The Secret Garden by Frances Hodgson Burnett: If you enjoyed the movie, you will probably enjoy the book just as much. This novel is a great example of what a difference a little fresh air and a new mindset can make.

Elijah of Buxton by Christopher Paul Curtis: Elijah is the first black child born free, in Buxton, Canada. Even though the boy is “fragile” he sure can do some brave things! Take a glimpse into the difference between slavery and freedom.

Maniac Magee by Jerry Spinelli: Jeffrey or Maniac, as his friends like to call him is homeless. His town is divided into two different zones. The white’s area and the black’s area and the two shall never cross. Well that is until Maniac goes where he darn well pleases!

Bridge to Terabithia by Katherine Paterson: I guess I must like the author, Katherine Paterson, because this is the second book of hers that I have picked! Jess and Leslie have a special place that is just their’s. Even though the two kids are raised differently, they build a friendship and take all kinds of adventures when they are in this unknown place.

Flotsam by David Wiesner: This author also illustrated his own book! This worldless book has fascinating pictures and it tells a great story at the same time. Can you figure out why there are so many pages with a mom and child?

It's Monday! What Are You Reading?

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I had a Happy Thanksgiving and I hope you did too. I was so busy having a good time eating turkey and pie, that I only got one book finished. Well, I did listen to part of another book, but it didn’t keep my attention, so I basically slept through it. Don’t worry, my husband was driving. Jeesh! I know better than to sleep behind the wheel! 😉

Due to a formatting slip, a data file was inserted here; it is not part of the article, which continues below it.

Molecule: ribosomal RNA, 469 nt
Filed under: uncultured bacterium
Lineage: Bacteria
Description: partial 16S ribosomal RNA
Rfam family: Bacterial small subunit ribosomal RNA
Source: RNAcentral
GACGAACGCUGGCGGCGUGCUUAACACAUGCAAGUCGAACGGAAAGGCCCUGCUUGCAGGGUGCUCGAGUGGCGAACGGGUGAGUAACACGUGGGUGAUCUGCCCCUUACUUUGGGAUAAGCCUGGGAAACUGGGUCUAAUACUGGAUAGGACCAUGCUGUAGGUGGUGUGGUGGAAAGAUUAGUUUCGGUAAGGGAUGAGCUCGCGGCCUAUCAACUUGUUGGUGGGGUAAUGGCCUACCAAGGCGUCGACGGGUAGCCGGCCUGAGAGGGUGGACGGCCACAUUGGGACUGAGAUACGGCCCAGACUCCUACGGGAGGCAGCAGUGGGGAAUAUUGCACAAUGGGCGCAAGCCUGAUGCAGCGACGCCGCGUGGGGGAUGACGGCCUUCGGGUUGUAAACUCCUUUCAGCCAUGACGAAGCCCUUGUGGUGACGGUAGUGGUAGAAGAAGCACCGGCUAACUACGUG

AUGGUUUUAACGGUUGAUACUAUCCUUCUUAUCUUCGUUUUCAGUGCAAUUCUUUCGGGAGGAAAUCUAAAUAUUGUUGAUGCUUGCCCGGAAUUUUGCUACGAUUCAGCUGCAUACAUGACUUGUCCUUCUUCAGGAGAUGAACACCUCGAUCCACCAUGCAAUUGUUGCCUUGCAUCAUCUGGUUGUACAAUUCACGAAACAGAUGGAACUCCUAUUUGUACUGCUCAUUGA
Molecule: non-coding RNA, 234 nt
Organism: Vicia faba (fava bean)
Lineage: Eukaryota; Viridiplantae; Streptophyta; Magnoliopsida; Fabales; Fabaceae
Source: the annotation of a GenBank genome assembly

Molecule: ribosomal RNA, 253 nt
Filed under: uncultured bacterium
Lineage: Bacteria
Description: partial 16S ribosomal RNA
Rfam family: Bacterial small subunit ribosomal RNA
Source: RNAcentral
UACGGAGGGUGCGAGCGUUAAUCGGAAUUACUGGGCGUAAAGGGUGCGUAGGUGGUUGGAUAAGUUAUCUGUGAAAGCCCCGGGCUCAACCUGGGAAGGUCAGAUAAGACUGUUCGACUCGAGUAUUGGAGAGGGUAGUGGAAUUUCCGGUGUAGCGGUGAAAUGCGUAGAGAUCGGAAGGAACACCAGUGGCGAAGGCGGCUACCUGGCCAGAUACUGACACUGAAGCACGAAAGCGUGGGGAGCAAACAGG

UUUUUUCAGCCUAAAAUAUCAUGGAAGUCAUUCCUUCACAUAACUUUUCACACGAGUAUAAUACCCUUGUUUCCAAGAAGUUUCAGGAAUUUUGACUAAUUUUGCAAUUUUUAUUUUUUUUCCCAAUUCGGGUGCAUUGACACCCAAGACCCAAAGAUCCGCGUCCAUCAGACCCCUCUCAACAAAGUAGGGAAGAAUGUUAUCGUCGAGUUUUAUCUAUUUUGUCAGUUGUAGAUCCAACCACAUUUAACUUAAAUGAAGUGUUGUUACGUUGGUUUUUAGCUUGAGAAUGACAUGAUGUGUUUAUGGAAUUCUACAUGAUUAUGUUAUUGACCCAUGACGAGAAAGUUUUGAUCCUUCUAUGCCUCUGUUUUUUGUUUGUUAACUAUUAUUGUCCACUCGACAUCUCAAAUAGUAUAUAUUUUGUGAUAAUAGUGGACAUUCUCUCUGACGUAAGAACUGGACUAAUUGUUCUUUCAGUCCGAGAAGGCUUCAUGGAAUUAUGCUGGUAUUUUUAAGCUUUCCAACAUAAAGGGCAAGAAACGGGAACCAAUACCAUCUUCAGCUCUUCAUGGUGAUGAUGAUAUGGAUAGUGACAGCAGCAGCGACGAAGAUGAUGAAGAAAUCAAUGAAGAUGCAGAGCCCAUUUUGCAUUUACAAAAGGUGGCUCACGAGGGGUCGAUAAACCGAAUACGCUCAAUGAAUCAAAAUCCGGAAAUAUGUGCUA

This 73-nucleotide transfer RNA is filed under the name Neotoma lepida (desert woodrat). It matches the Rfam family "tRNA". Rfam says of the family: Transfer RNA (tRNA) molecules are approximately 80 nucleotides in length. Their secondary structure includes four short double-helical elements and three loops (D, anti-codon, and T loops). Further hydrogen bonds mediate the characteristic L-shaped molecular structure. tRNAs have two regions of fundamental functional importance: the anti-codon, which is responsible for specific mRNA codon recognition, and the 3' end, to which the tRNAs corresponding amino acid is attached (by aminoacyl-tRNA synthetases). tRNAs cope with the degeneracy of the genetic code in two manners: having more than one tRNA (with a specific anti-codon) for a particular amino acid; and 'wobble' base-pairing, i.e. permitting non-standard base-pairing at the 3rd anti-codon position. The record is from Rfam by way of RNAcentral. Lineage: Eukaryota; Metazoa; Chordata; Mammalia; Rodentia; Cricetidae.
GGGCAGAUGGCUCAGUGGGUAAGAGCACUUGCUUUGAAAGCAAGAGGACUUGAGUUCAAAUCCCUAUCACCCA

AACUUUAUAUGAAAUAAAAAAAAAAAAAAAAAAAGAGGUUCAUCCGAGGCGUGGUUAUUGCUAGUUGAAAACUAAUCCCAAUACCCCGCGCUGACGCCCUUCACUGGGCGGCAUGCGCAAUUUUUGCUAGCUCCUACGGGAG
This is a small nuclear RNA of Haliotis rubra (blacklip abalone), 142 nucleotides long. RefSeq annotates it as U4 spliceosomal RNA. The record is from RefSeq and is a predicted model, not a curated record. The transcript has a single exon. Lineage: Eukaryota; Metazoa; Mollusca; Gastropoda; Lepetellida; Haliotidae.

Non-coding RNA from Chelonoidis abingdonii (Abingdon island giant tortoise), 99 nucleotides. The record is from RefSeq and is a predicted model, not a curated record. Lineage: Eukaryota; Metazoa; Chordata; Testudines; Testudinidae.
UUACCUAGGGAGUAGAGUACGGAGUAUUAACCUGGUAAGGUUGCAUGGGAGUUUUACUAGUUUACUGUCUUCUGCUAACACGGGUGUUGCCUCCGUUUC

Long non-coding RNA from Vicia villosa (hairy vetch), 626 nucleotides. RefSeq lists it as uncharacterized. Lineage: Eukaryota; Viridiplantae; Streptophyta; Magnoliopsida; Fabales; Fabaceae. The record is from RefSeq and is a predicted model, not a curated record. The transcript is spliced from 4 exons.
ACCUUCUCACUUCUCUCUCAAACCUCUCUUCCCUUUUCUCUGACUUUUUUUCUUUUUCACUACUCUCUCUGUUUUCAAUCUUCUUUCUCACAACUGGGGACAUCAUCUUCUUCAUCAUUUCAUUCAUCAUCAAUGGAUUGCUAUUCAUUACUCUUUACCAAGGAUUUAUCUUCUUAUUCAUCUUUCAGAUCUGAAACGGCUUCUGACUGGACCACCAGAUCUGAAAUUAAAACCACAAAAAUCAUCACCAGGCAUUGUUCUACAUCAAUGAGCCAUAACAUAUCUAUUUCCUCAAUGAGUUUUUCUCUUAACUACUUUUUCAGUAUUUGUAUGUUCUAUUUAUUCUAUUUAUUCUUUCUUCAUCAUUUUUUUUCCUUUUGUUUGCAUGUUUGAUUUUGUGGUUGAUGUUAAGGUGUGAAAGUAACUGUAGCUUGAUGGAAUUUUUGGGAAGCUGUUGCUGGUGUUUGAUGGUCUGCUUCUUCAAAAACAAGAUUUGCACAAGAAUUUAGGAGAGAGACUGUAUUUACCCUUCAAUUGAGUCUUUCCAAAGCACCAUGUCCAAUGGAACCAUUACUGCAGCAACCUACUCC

This is the book that I read this week…..


by Gary Paulsen

This is an older book, but still a good one! So good in fact, that it is a 1988 Newberry Award Winner. This isn’t Gary Paulsen’s only Newberry book. He also won the same award with his 1985 book “Dogsong” and a 1990 novel called “The Winter Room.”

Another interesting fact about the author is that he is married to an artist who has illustrated many of his book covers (Famousauthors.org)

The book’s main character, Brian is an angry, depressed preteen. He has such negative emotions because his parents are going through a divorce and his mom has a new boyfriend. Truthfully, that is a lot for a kid to handle, let alone the wild emotions of being a middle schooler.

Brian boards a small plane to go visit his father in Canada. It’s such a small plane that it is just Brian and the pilot. The pilot suffers a heart attack and the plane goes down in the middle of the lake.

As you can imagine, it’s very scary for Brian as he is all alone in the Canadian wilderness, but somehow he musters up the strength to do what he needs to in order to live.

I would recommend this book for the upper elementary to middle school classroom. It’s exciting to read how Brian solves his problems of warmth, food, and safety and therefore, I think it would keep the students’ attention.

It’s not a real long book at 194 pages and the chapters go fairly quick, so that’s always a plus when you’re looking at read classroom read alouds.

Well, as I close this, I realize this is our last normal week of school before the semester ends. I must admit that the weeks did fly by. Was it because I was so busy reading good books? Maybe so!

It’s Monday! What Are You Reading?

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I’m thankful for books! How about you?

Books allow us to go somewhere when we can’t go physically, financially, or even emotionally. Books allow us to learn all kinds of new things. Books help prevent boredom on a super hot summer day or even during an icy, cold blizzard. Books create memories with the ones we love. Books are irreplaceable!

Maniac Magee

by Jerry Spinelli

I enjoyed this book. I wish I would have read it during our diversity week, but truth be told, I didn’t even know the book would talk about racism. It was on my goal list of books and I’ve heard the title before, so I went for it.